In the weeks since we received Professor Liu’s original Questionnaire, Committee staff has repeatedly discovered missing items, including: (1) Professor Liu’s commencement speech to UC Berkeley Law; (2) his participation in a panel entitled “What the 2008 Election Will Mean for the Supreme Court”; (3) his participation in a presentation entitled “The Fate of Affirmative Action from the O’Connor Court to the Roberts Court”; (4) his participation in an event co-sponsored by La Raza and the Center for Social Justice at Berkeley entitled “Mendez v. Westminster: 1946—A California Look at Brown v. Board of Education”; and (5) his participation in a conference on school funding. In addition, on March 31, it was reported that Professor Liu failed to include his participation in a panel entitled “The Legacy of Brown v. Board of Education” at the American Constitution Society’s (ACS) 2004 national convention. At the time of his participation, Professor Liu was a member of ACS’ board, his academic work focused heavily on Brown, and the panel discussion marked the 50th anniversary of Brown. Moreover, a transcript of the event can be found through an internet search. Nevertheless, Professor Liu failed to identify his participation in and/or provide a transcript of this panel discussion in his Questionnaire.
These are not minor omissions. A cursory glance at the titles of the events that Professor Liu has omitted from his Questionnaire shows that his participation in and comments during each are crucial to this Committee’s review of his nomination. Not only will the Committee require more time to review these new items, but, as we are sure you will agree, the Committee must conduct further research to confirm that there are no other missing items.
In addition to Professor Liu’s incomplete Questionnaire, we have yet to receive a complete response from Second Circuit nominee Judge Robert Chatigny or the Justice Department regarding the items we requested on March 8, including:
“(1) all unpublished opinions that were not previously produced; and (2) a list of all criminal cases in which you departed downward from the sentencing guidelines, including a description of the charge(s) for which the defendant was convicted, the sentence called for under the guidelines, the sentence you imposed, and the reason(s) for the departure.”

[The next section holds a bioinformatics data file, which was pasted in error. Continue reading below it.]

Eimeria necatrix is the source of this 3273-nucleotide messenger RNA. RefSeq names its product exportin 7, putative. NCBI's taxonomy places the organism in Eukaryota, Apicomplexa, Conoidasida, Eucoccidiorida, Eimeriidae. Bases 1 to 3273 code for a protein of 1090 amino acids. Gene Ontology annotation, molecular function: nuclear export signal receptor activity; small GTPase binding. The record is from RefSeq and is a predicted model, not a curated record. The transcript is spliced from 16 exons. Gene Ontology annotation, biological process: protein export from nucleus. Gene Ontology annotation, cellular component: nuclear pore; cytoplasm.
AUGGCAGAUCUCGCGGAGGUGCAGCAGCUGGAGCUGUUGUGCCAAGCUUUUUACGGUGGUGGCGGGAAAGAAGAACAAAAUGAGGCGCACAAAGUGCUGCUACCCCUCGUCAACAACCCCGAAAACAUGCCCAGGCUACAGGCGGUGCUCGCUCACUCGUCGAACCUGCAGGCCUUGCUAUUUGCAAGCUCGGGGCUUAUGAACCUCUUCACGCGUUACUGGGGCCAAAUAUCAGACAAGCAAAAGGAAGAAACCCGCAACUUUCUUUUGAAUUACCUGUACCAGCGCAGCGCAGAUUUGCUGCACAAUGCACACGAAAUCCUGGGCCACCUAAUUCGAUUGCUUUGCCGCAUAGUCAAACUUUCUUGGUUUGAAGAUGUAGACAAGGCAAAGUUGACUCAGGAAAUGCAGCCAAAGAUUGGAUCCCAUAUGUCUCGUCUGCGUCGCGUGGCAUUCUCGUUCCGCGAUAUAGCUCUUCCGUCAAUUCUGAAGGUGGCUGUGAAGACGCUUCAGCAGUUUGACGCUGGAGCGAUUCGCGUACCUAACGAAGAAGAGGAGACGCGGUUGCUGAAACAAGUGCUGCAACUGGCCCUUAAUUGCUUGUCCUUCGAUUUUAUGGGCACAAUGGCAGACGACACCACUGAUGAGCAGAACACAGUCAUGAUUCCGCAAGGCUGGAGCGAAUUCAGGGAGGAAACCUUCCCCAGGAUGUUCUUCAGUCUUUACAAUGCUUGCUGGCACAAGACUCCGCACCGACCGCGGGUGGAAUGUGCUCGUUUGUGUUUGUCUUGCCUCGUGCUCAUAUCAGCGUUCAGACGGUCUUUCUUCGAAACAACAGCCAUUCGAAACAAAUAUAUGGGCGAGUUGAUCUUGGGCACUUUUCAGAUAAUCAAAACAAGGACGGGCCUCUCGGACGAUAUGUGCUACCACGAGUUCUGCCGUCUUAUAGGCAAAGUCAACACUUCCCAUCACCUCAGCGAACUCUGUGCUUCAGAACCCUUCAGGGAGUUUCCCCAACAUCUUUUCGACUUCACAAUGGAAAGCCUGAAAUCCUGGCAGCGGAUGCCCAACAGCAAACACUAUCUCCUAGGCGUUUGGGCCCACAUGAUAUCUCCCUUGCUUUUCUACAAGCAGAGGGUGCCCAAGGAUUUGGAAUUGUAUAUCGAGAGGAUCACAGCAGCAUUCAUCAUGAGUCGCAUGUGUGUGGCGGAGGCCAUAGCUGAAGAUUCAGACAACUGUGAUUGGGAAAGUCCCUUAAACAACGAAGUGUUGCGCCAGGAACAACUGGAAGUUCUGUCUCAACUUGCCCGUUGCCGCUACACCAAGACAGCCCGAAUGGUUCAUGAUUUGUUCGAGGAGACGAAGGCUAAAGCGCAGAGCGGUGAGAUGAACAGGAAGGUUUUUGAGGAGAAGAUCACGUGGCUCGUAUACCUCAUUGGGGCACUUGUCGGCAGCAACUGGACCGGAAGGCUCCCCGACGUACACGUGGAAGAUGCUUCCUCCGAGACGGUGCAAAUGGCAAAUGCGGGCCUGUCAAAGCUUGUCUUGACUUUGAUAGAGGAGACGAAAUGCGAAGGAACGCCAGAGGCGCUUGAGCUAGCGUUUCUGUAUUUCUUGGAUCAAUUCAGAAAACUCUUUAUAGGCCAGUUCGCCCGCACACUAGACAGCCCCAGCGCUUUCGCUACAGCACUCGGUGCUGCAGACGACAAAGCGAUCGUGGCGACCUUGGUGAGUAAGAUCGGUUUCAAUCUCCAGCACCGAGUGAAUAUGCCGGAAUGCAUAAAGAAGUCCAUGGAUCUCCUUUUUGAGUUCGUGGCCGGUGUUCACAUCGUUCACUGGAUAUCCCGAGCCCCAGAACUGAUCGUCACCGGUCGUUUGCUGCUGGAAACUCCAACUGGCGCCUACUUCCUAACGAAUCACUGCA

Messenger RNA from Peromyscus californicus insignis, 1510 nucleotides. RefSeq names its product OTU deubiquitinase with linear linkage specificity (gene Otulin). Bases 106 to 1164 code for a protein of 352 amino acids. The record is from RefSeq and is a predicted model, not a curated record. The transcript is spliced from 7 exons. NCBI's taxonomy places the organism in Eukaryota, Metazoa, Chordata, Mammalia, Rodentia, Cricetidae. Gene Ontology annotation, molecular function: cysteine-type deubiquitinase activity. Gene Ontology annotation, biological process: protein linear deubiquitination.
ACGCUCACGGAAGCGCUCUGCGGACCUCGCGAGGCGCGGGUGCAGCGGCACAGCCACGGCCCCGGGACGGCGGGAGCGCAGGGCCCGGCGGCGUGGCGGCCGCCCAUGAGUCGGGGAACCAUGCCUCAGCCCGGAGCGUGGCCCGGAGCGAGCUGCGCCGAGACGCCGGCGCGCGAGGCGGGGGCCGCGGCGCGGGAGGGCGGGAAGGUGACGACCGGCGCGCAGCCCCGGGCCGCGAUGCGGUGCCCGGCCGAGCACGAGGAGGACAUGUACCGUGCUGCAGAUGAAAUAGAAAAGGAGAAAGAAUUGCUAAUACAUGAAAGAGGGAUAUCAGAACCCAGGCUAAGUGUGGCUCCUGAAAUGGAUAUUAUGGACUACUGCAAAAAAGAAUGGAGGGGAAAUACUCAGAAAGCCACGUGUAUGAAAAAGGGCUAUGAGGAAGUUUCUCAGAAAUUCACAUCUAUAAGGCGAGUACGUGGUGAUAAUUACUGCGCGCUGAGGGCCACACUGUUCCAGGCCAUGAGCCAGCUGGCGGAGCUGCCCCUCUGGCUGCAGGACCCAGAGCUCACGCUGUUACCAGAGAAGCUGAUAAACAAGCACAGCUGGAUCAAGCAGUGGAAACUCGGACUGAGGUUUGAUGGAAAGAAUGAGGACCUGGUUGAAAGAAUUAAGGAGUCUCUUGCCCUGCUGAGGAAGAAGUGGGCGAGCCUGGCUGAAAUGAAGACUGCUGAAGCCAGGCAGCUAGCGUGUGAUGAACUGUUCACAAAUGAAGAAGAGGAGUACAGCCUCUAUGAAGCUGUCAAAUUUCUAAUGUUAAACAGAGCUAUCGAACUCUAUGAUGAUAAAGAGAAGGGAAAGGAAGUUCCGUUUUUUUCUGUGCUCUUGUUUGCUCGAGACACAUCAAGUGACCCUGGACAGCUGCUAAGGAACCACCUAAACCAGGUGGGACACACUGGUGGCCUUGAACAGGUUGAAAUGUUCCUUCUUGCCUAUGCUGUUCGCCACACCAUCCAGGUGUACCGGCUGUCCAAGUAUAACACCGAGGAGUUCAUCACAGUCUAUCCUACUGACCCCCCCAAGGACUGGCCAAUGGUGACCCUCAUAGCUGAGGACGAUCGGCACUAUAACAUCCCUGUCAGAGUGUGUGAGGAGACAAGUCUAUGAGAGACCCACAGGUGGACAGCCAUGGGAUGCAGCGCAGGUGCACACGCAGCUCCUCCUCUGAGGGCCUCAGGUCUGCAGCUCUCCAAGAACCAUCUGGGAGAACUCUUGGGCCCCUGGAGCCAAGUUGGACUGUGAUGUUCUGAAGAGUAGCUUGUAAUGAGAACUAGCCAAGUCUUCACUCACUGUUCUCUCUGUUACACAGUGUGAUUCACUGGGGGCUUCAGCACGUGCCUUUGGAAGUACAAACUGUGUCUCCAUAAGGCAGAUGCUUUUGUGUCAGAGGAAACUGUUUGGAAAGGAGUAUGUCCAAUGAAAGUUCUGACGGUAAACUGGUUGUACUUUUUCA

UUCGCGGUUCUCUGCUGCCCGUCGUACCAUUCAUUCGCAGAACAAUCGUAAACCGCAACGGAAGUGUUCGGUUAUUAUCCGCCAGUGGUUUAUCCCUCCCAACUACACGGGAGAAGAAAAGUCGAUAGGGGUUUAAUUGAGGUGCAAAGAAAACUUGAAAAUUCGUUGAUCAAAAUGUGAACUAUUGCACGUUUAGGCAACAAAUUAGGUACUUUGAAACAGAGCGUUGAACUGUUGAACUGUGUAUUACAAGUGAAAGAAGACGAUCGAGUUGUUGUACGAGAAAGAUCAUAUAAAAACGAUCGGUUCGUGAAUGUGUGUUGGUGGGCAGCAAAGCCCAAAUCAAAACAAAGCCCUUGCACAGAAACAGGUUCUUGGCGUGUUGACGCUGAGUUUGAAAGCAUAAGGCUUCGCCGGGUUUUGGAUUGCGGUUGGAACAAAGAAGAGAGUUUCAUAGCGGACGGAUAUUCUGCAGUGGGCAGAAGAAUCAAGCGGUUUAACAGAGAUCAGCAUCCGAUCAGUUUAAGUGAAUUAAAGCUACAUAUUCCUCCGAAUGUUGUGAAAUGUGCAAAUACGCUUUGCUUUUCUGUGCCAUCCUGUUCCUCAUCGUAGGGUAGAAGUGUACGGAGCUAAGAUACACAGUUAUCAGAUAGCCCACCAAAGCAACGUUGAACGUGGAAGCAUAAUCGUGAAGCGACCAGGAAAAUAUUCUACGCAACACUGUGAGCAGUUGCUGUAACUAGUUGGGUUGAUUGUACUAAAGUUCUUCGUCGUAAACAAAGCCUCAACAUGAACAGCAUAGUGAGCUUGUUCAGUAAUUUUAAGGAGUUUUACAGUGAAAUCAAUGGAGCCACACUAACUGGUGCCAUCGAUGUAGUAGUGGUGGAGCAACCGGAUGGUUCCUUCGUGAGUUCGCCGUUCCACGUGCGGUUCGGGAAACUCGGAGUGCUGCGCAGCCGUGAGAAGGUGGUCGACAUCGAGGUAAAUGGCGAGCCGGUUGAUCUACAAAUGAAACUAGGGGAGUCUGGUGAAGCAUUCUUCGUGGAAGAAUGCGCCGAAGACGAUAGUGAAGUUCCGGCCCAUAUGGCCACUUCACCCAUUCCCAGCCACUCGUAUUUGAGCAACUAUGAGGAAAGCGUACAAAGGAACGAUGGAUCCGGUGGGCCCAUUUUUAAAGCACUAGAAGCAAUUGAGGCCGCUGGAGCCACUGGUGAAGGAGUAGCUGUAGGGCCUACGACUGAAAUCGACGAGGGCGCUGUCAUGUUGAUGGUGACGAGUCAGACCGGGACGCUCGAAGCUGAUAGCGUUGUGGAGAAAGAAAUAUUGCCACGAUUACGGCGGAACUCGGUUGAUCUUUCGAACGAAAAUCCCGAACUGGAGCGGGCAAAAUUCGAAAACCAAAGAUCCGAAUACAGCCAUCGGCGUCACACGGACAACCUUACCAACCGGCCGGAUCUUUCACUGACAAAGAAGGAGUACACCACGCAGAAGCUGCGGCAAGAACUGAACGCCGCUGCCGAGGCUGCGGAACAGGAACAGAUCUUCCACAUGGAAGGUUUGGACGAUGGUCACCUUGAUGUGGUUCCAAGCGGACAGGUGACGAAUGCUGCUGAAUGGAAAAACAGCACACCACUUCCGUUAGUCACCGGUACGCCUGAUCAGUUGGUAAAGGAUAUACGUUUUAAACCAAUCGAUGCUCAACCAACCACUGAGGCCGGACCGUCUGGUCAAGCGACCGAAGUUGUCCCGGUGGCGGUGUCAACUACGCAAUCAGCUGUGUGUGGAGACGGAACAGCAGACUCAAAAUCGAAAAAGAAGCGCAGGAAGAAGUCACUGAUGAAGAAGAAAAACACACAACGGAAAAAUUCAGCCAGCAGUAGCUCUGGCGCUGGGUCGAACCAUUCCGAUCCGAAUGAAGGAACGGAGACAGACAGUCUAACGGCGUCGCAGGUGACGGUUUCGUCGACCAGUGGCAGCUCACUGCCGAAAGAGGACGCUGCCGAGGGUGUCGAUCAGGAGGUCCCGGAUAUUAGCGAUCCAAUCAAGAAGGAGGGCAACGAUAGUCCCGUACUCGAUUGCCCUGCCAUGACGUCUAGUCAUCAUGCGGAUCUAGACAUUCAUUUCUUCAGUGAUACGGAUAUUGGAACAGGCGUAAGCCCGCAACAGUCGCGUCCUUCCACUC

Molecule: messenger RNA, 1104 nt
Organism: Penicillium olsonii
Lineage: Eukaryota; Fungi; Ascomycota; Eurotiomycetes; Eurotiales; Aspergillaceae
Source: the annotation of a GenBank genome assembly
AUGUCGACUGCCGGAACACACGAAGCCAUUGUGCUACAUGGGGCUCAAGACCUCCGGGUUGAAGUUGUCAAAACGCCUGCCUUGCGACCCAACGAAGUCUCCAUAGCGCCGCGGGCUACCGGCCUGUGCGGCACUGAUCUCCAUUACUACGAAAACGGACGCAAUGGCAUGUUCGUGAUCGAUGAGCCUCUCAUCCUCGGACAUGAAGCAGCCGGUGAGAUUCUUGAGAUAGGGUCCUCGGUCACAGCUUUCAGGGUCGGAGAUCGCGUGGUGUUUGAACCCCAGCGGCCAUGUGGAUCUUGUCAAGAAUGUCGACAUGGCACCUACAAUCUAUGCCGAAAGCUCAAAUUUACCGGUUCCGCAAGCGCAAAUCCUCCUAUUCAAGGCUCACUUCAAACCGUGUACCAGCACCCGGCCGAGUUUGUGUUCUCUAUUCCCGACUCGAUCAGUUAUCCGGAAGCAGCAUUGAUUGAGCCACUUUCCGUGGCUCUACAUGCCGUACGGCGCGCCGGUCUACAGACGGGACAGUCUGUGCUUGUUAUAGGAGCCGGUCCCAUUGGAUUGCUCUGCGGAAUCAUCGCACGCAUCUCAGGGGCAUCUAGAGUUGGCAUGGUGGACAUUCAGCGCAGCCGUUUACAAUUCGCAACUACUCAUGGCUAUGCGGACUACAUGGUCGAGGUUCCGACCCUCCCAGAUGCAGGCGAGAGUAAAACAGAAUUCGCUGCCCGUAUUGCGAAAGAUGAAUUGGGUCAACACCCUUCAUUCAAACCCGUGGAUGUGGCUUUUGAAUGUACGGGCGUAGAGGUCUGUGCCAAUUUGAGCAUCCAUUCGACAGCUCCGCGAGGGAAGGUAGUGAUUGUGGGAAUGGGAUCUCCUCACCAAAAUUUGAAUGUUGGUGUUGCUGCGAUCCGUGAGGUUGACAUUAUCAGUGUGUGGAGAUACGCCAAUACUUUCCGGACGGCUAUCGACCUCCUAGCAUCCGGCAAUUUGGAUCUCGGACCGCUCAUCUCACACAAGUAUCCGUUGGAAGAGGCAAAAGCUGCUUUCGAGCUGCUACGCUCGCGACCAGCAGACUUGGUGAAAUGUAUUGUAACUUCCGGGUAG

The Justice Department has yet to even acknowledge our request for all unpublished opinions not heretofore produced. In response to the second request, we received a list of cases, identified by number, in which Judge Chatigny departed downward from the Sentencing Guidelines. This list, presumably generated by the U.S. Sentencing Commission, is not responsive to our request, as it does not provide the Committee with the case names or underlying facts. Accordingly, we have resubmitted our request to the Justice Department and requested opinions and/or transcripts where available. To date, we have not received a response.
Professor Liu’s hearing is currently scheduled for Friday, April 16, 2010, a mere 51 days after he was nominated, and now a mere 11 days after the Committee has received what essentially amounts to a new Questionnaire. This expedited schedule is unacceptable given that we have no confidence in the completeness and accuracy of his record before the Committee. Accordingly, we request that you postpone the Committee’s consideration of this nomination. We believe that maintaining the integrity of the Committee’s constitutional advise and consent responsibilities more than justifies such a request.
|You will need to have Real One Player installed on your computer to be able to listen or watch the clips above. Real One Player is free software that lets you play audio and video files. Download Real One Player|